- مبلغ: ۸۶,۰۰۰ تومان
- مبلغ: ۹۱,۰۰۰ تومان
In order to drive both positive and negative directions in the shaft of a DC motor connected to a DC/DC Buck power electronic converter, this paper presents a new topology of the DC/DC Buck power electronic converter–DC motor system. To this end, a full–bridge converter is placed between the Buck converter and the DC motor. The deduction of the mathematical model step-by-step, from applying Kirchhoff’s voltage and current laws is shown. Later, an analysis in steadystate is presented, obtaining the system equilibrium point. Finally, numerical simulations are performed through Matlab– Simulink, showing the viability of our proposal.
Manipulators and mobile robots, machine tools, railways, reversible rolling mills and elevators are just a few applications of DC motors. Thus, DC motors are vastly used in systems that require to be controlled. The most common way to control the angular velocity in one direction is adjusting the motor armature voltage . Likewise, pulse width modulation (PWM) is another usual method for controlling the angular velocity of a DC motor. Nevertheless, due to the hard switching strategy of the PWM, abrupt changes occur in the voltage and current of the DC motor . With the purpose of solving these problems, DC/DC power electronic converters are used, which allow a smooth starter of the motor. Generally, using these DC/DC power electronic converters it is intended either to control a desired angular velocity profile or a desired angular position trajectory. Specifically, the DC/DC Buck power electronic converter reduces the noisy shape due to the hard switching of the PWM.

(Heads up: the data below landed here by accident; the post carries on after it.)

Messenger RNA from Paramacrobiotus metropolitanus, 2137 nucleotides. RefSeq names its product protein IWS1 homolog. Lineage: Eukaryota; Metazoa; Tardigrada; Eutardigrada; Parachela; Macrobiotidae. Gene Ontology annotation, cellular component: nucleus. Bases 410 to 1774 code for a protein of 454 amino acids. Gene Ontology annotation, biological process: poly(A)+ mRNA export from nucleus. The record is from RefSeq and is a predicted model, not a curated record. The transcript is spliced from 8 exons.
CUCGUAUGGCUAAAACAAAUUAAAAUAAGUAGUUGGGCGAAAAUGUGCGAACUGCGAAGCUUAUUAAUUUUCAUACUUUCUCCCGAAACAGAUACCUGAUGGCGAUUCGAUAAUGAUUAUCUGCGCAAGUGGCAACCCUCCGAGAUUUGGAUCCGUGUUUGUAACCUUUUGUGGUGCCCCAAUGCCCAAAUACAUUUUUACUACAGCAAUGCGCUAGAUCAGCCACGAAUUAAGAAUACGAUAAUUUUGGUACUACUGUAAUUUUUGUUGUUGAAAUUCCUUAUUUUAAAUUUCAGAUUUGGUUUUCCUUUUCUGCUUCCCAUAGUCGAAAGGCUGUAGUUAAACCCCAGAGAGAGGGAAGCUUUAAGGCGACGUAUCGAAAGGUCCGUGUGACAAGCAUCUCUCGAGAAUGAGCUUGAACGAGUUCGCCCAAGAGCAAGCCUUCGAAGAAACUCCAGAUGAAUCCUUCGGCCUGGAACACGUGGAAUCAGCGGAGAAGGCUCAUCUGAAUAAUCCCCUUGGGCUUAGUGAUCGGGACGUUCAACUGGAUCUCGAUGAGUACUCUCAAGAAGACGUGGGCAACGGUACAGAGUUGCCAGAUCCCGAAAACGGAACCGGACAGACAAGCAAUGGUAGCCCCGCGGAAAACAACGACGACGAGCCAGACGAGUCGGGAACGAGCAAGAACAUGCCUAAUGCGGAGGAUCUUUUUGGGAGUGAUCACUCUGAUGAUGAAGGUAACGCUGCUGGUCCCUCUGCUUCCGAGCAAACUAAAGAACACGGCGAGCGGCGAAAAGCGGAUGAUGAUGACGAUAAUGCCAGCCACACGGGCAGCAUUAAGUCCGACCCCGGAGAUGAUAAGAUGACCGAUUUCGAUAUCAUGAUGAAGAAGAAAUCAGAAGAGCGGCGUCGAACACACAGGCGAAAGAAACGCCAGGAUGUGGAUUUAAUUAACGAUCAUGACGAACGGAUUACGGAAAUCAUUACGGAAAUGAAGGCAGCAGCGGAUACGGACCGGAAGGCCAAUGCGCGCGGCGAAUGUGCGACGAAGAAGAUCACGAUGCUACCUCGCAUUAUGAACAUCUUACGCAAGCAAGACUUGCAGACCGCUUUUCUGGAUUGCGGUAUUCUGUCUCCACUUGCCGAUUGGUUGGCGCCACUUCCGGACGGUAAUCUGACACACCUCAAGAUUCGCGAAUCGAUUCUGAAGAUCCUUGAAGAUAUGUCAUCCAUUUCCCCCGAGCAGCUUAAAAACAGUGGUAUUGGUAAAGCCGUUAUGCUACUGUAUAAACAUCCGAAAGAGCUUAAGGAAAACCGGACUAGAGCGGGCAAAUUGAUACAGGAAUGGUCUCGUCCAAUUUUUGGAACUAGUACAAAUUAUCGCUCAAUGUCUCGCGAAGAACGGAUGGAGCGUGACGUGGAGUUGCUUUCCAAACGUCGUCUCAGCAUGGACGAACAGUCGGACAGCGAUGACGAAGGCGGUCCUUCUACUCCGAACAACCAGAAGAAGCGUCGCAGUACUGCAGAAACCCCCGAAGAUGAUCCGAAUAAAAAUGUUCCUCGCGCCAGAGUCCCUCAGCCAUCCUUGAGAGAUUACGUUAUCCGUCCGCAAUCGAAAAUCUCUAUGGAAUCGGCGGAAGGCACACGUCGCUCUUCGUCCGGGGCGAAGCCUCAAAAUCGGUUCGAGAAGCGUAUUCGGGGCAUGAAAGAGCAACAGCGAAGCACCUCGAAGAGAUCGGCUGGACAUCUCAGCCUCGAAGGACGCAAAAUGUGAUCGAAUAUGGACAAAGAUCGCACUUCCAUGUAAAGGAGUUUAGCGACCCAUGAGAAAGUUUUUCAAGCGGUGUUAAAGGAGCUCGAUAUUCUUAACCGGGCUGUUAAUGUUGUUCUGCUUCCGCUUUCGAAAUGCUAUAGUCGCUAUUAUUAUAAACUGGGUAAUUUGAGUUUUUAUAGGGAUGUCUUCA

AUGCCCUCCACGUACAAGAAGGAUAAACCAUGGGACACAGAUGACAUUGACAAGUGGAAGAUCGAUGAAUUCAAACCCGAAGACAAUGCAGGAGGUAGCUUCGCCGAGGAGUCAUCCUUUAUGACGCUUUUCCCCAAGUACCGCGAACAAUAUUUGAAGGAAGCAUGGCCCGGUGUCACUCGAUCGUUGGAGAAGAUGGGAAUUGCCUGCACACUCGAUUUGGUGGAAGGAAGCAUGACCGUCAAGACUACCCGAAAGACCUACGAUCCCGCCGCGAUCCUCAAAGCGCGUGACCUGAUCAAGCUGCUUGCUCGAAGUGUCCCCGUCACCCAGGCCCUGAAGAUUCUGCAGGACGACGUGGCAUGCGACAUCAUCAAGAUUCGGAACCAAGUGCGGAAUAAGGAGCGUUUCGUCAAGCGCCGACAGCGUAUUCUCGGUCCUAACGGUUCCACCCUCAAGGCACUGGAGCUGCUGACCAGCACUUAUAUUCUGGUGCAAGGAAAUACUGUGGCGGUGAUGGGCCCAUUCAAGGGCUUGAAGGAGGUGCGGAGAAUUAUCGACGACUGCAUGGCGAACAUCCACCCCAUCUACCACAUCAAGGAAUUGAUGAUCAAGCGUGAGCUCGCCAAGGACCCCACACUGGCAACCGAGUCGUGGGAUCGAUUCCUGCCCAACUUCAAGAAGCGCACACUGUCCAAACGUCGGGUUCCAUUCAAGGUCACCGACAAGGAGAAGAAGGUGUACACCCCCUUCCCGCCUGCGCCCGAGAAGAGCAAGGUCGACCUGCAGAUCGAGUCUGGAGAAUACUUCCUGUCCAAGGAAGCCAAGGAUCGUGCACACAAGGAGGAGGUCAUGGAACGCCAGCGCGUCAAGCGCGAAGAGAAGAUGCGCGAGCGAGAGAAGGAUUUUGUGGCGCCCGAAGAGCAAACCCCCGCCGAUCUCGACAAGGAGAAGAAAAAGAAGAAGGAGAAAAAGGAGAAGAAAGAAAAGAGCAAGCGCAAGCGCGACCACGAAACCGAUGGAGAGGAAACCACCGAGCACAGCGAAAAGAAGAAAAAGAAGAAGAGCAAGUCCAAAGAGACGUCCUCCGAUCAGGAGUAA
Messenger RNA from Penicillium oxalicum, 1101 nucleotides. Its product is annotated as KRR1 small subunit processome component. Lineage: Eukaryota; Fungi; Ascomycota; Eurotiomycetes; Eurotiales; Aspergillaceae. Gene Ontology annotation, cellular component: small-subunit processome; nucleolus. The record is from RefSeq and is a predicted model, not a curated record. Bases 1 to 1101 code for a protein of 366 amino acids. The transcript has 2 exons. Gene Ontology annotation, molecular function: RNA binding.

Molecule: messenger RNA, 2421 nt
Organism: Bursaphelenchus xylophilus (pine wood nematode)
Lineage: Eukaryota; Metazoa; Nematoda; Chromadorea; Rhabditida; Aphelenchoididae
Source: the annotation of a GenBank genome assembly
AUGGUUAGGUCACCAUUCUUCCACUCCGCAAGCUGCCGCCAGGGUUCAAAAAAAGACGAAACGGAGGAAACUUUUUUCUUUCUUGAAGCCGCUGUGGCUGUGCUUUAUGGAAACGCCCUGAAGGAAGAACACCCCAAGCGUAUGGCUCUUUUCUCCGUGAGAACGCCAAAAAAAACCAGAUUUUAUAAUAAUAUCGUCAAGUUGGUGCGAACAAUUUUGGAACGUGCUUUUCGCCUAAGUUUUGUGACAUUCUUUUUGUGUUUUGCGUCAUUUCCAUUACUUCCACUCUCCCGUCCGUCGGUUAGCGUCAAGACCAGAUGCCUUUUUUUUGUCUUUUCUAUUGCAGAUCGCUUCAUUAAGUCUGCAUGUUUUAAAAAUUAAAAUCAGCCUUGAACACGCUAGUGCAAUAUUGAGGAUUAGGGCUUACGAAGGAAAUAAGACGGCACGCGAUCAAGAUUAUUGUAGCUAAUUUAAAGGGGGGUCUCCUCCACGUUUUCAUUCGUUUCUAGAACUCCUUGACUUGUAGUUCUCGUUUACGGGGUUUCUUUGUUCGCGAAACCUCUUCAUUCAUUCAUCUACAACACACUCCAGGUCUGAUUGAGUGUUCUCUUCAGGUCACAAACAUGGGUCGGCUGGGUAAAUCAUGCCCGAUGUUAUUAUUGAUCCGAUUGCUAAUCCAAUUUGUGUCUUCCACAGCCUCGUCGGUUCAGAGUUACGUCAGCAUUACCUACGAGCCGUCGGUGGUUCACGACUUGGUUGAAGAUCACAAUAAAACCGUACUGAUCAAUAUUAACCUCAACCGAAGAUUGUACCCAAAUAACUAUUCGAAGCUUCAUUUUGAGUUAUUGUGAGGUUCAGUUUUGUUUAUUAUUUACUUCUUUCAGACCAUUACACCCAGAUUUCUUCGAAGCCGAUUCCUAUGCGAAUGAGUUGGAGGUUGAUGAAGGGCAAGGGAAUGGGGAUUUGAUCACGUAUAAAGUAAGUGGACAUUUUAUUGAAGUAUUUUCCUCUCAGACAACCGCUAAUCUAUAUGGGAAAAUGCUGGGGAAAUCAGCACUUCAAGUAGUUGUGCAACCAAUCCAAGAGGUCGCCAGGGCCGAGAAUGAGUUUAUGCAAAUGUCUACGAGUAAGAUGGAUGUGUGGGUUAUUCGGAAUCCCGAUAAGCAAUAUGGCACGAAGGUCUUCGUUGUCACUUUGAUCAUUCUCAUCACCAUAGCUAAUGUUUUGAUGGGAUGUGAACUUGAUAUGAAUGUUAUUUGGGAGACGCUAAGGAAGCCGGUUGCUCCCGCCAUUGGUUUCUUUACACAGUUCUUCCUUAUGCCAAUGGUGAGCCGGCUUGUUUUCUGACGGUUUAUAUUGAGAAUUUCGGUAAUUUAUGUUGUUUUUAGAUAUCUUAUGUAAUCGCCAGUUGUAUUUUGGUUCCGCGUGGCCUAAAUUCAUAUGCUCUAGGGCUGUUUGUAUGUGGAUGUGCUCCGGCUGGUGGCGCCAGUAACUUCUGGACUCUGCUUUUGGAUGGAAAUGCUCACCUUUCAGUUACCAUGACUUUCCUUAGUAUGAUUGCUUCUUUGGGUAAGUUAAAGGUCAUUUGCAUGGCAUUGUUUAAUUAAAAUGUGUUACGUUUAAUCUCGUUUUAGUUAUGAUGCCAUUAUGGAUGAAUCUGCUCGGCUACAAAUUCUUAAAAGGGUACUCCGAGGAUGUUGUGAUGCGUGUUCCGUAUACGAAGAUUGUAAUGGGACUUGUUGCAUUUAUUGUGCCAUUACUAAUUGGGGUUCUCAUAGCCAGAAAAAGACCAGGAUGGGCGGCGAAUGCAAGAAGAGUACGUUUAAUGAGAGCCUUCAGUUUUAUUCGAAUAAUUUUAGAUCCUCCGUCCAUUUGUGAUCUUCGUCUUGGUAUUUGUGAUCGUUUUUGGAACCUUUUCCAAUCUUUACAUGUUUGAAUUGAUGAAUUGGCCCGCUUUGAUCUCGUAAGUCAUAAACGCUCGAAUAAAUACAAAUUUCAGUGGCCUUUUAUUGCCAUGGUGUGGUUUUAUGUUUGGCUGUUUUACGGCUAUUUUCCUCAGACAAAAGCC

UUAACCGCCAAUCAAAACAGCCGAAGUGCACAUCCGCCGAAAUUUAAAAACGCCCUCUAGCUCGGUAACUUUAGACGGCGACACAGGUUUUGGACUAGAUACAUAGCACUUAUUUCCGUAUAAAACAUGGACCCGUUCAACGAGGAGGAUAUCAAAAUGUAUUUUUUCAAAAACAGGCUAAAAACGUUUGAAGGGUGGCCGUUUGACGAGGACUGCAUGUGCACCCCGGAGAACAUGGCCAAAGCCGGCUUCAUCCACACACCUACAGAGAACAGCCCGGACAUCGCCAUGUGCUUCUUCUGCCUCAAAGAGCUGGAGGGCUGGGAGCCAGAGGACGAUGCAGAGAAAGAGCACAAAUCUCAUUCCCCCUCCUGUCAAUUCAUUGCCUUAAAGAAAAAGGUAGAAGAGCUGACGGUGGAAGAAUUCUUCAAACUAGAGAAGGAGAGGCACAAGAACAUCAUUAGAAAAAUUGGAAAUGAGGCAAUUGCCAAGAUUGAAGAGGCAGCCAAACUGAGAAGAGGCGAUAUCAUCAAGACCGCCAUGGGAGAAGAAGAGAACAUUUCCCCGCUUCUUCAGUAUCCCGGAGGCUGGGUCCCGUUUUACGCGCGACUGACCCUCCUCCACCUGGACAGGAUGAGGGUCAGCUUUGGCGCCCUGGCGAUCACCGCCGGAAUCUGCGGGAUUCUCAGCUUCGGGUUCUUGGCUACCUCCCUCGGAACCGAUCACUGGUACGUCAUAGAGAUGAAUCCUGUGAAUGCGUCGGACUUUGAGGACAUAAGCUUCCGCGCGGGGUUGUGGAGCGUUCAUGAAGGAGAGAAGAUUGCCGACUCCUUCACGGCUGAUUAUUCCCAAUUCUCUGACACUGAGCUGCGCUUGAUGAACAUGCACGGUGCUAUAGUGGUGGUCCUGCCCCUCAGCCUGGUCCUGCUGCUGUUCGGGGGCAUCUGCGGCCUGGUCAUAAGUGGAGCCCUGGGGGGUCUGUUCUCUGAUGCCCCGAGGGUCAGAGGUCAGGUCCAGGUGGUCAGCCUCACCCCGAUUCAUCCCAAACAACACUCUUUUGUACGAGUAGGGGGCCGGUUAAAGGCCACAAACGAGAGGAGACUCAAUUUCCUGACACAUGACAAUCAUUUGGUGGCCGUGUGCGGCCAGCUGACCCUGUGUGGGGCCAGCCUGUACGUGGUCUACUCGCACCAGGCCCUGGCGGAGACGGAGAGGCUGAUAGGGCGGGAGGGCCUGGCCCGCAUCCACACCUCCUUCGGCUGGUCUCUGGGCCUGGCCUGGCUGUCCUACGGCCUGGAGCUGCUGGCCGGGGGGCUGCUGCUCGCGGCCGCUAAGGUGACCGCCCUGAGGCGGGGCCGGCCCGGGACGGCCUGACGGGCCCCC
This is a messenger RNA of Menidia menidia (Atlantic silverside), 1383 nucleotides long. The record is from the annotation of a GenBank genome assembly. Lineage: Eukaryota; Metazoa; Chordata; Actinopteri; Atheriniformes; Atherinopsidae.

In this article a new topology for the DC/DC Buck power electronic converter–DC motor system has been presented. The new proposal, is achieved placing a full–bridge converter between the DC/DC Buck power electronic converter and the DC motor. Thanks to this, the motor shaft can rotate in both positive and negative directions. Firstly, the mathematical system model under study was obtained. Later, a steady-state analysis was performed. Finally, numerical simulations showed the validity of the proposed system.
Currently, it is developing an experimental setup; this in order to experimentally validate the mathematical model obtained.
Concerning future work, it would be interesting to design and simulate a controller for the mathematical model obtained, aiming to control the angular velocity of the DC motor shaft.